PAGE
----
Certainly, the one area that must be addressed immediately by Congress is the troubling number of home foreclosures. I believe this is the number one problem in the American economy because so many industries are linked to home ownership. According to government figures, there are nearly 10,000 home foreclosures taking place every day. This is a very serious problem that Congress must fix in the next thirty days because home ownership is the bedrock of America’s middle class. It is also the primary source for most local and state taxes. To allow millions of homeowners to be foreclosed on due to rigged sub-prime loans and a series of complex financial equations that baffle most economists is unfair and will undermine the American economy faster than any other single economic problem.

I recommend three steps to help solve our current economic crisis. First, Congress needs to immediately freeze all home foreclosure actions for one year and create a new agency, The Homeowners Resolution Trust Corporation (HRTC), which would purchase all troubled mortgages and renegotiate those loans with homeowners through local lenders and banks. By creating a one-year moratorium on foreclosures, the federal government can buy time to sort through all the troubled home loans, arrange for refinancing on those mortgages that can be salvaged, and retain the deeds of trust as a means to protect taxpayers from getting fleeced. This would give threatened homeowners some breathing room to resolve their financial problems. It would also allow local and state governments to recoup back taxes that homeowners have failed to pay. Finally, it would pump money into hundreds of local economies through local banks and credit unions that agreed to sell their troubled mortgages back to the HRTC and close their books on those mortgage loans. This step would give local banks more lending capital to revitalize local communities and small businesses. The HRTC would create federal standards and guidelines to ensure only valid mortgages are re-purchased by the HRTC from certified banks, credit unions, and other lenders.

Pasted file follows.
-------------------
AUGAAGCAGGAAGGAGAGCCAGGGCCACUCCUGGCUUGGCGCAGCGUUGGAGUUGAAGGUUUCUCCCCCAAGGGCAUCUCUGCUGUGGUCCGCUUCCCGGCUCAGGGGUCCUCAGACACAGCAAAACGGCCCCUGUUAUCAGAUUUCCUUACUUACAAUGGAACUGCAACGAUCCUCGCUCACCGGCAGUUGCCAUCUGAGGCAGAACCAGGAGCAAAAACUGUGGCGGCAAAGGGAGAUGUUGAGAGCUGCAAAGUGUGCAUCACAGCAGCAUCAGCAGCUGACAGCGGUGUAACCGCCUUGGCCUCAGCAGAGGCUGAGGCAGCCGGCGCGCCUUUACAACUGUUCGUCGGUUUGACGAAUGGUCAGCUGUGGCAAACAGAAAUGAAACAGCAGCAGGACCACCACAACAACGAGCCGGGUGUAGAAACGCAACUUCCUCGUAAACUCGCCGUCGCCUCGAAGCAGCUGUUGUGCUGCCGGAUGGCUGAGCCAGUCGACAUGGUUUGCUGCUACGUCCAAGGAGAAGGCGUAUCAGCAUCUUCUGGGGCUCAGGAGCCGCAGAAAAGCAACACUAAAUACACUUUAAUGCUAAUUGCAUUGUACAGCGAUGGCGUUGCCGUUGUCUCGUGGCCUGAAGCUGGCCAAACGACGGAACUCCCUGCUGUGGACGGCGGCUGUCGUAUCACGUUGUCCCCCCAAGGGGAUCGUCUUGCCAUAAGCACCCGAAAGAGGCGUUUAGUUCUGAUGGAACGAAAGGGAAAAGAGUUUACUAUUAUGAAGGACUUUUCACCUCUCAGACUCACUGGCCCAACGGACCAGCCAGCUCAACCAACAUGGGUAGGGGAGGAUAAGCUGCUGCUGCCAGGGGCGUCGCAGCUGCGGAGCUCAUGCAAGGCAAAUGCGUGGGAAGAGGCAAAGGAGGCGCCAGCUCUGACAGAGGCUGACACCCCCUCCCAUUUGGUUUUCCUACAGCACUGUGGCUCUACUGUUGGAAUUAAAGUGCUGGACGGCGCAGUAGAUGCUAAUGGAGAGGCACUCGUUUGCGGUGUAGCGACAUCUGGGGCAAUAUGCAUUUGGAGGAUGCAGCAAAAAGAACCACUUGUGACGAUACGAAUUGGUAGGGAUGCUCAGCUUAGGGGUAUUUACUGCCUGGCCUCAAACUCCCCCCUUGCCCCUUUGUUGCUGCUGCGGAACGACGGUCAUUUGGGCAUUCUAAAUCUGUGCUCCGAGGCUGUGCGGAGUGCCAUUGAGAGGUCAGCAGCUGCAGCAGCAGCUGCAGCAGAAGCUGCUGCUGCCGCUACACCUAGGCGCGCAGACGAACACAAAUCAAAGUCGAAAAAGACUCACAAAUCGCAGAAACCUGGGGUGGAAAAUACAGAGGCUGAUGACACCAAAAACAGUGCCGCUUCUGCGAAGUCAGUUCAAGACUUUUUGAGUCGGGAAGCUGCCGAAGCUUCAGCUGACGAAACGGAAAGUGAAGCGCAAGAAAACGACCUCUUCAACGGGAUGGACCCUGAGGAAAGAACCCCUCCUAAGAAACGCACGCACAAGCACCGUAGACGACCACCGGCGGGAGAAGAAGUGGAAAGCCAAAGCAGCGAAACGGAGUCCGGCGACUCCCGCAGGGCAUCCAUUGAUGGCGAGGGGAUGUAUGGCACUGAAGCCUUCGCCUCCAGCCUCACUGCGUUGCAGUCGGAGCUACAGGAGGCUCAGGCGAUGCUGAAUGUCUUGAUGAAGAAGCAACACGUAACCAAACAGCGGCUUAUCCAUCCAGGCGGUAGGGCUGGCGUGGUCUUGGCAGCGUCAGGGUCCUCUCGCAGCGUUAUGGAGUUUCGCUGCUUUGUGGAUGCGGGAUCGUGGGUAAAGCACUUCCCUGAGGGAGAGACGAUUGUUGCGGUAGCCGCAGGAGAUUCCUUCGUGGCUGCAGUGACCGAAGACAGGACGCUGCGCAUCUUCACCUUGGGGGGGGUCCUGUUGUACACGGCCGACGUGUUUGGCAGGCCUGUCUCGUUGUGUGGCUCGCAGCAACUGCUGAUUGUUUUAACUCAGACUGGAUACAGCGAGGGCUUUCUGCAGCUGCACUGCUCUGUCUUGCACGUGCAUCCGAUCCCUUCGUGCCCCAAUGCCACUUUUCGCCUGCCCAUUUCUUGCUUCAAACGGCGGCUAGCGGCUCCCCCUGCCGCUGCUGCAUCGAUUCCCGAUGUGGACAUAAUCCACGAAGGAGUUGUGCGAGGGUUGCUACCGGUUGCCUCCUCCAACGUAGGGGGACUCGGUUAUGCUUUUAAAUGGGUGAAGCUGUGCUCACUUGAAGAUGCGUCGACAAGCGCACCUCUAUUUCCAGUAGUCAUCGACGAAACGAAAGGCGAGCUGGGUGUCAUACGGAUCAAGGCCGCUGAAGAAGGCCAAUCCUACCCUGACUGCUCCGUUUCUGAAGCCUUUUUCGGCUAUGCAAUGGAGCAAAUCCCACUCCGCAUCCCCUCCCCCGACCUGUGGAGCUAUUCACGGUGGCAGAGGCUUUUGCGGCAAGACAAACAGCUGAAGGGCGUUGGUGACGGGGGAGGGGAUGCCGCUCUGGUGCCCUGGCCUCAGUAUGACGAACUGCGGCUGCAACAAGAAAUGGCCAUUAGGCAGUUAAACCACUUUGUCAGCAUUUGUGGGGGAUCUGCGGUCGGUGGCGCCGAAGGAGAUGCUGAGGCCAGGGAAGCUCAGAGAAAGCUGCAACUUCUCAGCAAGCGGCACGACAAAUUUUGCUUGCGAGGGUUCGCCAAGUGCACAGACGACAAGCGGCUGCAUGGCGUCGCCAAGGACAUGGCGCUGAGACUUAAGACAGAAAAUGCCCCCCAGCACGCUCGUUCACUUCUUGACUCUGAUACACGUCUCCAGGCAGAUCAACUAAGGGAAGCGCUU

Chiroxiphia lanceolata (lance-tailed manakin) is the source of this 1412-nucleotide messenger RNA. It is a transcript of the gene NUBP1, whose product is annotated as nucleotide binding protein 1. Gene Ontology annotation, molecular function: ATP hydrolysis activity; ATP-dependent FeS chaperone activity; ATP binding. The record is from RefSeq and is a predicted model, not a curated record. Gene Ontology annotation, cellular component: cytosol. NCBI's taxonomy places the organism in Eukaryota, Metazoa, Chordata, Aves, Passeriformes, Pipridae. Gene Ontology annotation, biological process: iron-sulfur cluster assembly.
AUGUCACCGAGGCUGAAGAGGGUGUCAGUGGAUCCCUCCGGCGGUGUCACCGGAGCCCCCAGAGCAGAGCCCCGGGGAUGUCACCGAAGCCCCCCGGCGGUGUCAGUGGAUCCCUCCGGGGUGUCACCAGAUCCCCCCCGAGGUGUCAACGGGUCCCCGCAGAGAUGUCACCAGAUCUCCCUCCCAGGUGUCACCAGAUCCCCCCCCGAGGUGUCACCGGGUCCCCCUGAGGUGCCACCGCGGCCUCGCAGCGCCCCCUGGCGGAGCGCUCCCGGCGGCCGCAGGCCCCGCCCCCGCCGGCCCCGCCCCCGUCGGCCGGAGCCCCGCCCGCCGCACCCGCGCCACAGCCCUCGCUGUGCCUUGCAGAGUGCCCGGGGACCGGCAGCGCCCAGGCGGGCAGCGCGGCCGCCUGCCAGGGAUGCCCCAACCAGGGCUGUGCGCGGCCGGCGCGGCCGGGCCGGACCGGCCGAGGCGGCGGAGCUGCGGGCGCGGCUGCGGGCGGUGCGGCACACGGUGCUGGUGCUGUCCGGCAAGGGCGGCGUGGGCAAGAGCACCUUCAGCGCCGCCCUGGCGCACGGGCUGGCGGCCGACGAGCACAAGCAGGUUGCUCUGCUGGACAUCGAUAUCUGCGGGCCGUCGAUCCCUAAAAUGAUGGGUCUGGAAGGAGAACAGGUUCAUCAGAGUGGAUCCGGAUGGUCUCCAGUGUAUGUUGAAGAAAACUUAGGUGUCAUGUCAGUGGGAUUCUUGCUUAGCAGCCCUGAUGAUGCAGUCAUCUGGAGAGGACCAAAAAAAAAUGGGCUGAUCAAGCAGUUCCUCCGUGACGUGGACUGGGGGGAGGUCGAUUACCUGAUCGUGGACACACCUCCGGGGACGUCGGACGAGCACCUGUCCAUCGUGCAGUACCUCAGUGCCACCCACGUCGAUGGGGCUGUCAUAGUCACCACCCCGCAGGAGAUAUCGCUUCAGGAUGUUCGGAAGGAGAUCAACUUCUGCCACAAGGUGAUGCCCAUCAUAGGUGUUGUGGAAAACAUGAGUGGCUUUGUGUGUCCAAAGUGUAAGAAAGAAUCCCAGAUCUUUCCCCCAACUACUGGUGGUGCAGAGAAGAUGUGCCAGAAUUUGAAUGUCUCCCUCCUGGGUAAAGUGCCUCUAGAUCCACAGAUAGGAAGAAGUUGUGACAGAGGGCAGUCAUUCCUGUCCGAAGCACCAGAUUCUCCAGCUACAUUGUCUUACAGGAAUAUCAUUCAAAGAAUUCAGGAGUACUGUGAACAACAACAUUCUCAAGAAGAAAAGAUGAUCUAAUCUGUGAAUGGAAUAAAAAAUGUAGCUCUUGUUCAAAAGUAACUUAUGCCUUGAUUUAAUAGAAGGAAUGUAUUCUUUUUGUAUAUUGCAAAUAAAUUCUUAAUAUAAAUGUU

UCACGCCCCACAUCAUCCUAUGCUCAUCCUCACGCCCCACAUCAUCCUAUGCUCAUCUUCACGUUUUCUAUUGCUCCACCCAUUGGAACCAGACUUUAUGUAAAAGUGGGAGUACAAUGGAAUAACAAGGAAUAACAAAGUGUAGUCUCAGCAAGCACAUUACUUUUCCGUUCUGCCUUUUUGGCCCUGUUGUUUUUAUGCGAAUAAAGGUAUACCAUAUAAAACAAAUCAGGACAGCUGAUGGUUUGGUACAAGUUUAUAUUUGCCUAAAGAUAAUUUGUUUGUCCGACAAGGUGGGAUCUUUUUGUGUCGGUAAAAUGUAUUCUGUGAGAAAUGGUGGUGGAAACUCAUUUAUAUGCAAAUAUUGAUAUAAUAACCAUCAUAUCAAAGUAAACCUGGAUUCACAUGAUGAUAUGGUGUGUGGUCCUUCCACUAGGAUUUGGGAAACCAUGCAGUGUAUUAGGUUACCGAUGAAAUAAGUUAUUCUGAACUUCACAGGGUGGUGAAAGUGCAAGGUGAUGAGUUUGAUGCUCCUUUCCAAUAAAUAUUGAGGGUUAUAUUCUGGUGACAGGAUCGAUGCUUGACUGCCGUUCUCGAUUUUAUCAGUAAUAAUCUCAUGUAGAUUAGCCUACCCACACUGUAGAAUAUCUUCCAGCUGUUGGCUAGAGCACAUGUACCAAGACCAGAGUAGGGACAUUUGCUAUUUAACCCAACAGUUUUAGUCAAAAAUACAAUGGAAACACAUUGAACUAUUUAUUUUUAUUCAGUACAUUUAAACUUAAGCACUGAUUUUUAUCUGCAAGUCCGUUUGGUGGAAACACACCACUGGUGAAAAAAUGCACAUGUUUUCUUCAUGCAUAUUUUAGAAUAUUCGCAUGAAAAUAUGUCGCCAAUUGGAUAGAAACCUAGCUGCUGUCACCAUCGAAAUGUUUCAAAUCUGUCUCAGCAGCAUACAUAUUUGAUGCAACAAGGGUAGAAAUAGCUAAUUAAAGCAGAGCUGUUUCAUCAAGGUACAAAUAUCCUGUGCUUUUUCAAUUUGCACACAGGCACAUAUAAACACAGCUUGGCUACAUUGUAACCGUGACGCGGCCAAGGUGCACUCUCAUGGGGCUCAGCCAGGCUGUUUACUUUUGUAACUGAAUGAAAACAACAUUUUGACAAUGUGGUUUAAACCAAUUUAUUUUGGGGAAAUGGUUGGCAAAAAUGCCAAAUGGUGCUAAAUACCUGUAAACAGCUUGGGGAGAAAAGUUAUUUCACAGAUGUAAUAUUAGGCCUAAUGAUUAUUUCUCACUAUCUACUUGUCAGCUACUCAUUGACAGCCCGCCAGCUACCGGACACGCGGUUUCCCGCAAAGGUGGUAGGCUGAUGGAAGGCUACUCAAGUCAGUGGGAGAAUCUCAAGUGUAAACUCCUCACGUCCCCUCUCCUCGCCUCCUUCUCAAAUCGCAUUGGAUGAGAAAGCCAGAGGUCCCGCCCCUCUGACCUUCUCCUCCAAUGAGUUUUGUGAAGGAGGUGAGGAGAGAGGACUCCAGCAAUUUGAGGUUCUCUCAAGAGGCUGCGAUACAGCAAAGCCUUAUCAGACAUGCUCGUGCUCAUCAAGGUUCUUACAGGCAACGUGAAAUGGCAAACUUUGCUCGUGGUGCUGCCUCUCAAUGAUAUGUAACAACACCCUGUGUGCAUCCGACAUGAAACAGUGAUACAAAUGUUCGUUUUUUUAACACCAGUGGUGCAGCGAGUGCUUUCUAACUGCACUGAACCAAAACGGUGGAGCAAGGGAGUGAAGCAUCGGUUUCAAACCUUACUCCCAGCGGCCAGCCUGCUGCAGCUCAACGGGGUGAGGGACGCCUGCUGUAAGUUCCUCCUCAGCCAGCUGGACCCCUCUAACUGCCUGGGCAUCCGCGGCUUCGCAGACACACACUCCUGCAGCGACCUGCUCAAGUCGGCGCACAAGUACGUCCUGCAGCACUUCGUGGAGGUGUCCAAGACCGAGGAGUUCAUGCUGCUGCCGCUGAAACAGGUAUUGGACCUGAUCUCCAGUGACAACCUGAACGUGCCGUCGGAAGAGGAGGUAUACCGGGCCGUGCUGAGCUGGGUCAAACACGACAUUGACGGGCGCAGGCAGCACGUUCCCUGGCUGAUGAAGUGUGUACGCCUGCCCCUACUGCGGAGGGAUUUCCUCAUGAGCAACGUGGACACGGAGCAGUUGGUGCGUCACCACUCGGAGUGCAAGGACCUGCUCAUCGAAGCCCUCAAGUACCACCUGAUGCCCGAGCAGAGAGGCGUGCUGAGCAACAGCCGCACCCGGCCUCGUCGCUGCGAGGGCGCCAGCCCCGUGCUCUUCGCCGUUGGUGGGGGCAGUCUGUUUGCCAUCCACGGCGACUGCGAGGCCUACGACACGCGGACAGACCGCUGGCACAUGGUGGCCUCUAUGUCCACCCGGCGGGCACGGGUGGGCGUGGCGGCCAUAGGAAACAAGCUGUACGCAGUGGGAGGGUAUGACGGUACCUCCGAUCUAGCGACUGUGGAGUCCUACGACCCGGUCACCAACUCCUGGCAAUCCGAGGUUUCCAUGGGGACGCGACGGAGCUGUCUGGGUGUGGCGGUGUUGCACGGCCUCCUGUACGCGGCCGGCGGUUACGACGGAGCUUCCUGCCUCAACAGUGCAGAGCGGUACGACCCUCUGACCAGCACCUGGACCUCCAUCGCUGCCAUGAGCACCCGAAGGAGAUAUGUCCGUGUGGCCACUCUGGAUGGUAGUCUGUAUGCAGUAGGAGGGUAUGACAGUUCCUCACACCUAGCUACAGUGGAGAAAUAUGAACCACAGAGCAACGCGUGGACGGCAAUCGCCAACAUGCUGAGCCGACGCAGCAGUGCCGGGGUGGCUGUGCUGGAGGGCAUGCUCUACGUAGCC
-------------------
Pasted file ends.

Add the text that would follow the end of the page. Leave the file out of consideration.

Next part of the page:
Secondly, the federal government should tighten the requirements used by Freddie Mac and Fanny Mae for buying federally guaranteed mortgage loans. Just thirty years ago, prospective homebuyers had to meet very clear criteria before they could buy their dream home. We need to return to those days of fair and reasonable guidelines to ensure stability in the home purchasing process..

Thirdly, Congress should reinstitute stiff regulations and severe criminal penalties -- including prison time and hefty fines -- for those corporate officers and directors who violate SEC laws and try to fleece shareholders and taxpayers. The era of Anything Goes on Wall Street needs to end! Tough laws and enforcement by federal agencies can eliminate the shady dealers who are peddling under-valued derivatives and sub-prime loan schemes.

Those unscrupulous people who perpetrated this financial ponzi scheme on Wall Street would like us to believe that consumers, who purchased their homes on good faith and credit, are to blame for the current economic mess. But, Americans know better. The real culprits are the very people who are now crying ‘wolf’ and lobbying Congress -- and the American taxpayers -- to bail them out. You’ll see their ads in major newspapers and on the television networks. Beware of them. There are three culprits who got us into this pickle and now want us to bail them out. They include state and federal regulators who allowed banks to shift billions of dollars of questionable credit off their balance sheets and into the hands of unsophisticated foreign investors who were lied to. They also include hedge-fund managers and pension-fund managers who purchased sophisticated high-yield debt instruments they didn't understand and now cry mea culpa. Finally, we can blame the over-educated economists and bankers who fabricated mathematical equations and promoted their flawed lending models that enticed unsuspecting banks to purchase those high-yield debt instruments.

There’s no question that there is a hungry wolf out there. But, Congress should act cautiously as it attempts to sort through this economic mess. Certainly, we must avoid a credit meltdown. But, if Main Street can still function without burdening the American taxpayer with $700 Billion of Wall Street debt, perhaps logic and reasoning dictates we save Main Street and leave the bulls and the bears to the wolves.

About the Author. Thomas Hinton is president of the American Consumer Council, a non-profit consumer education organization with 85,000 members. He can be reached at: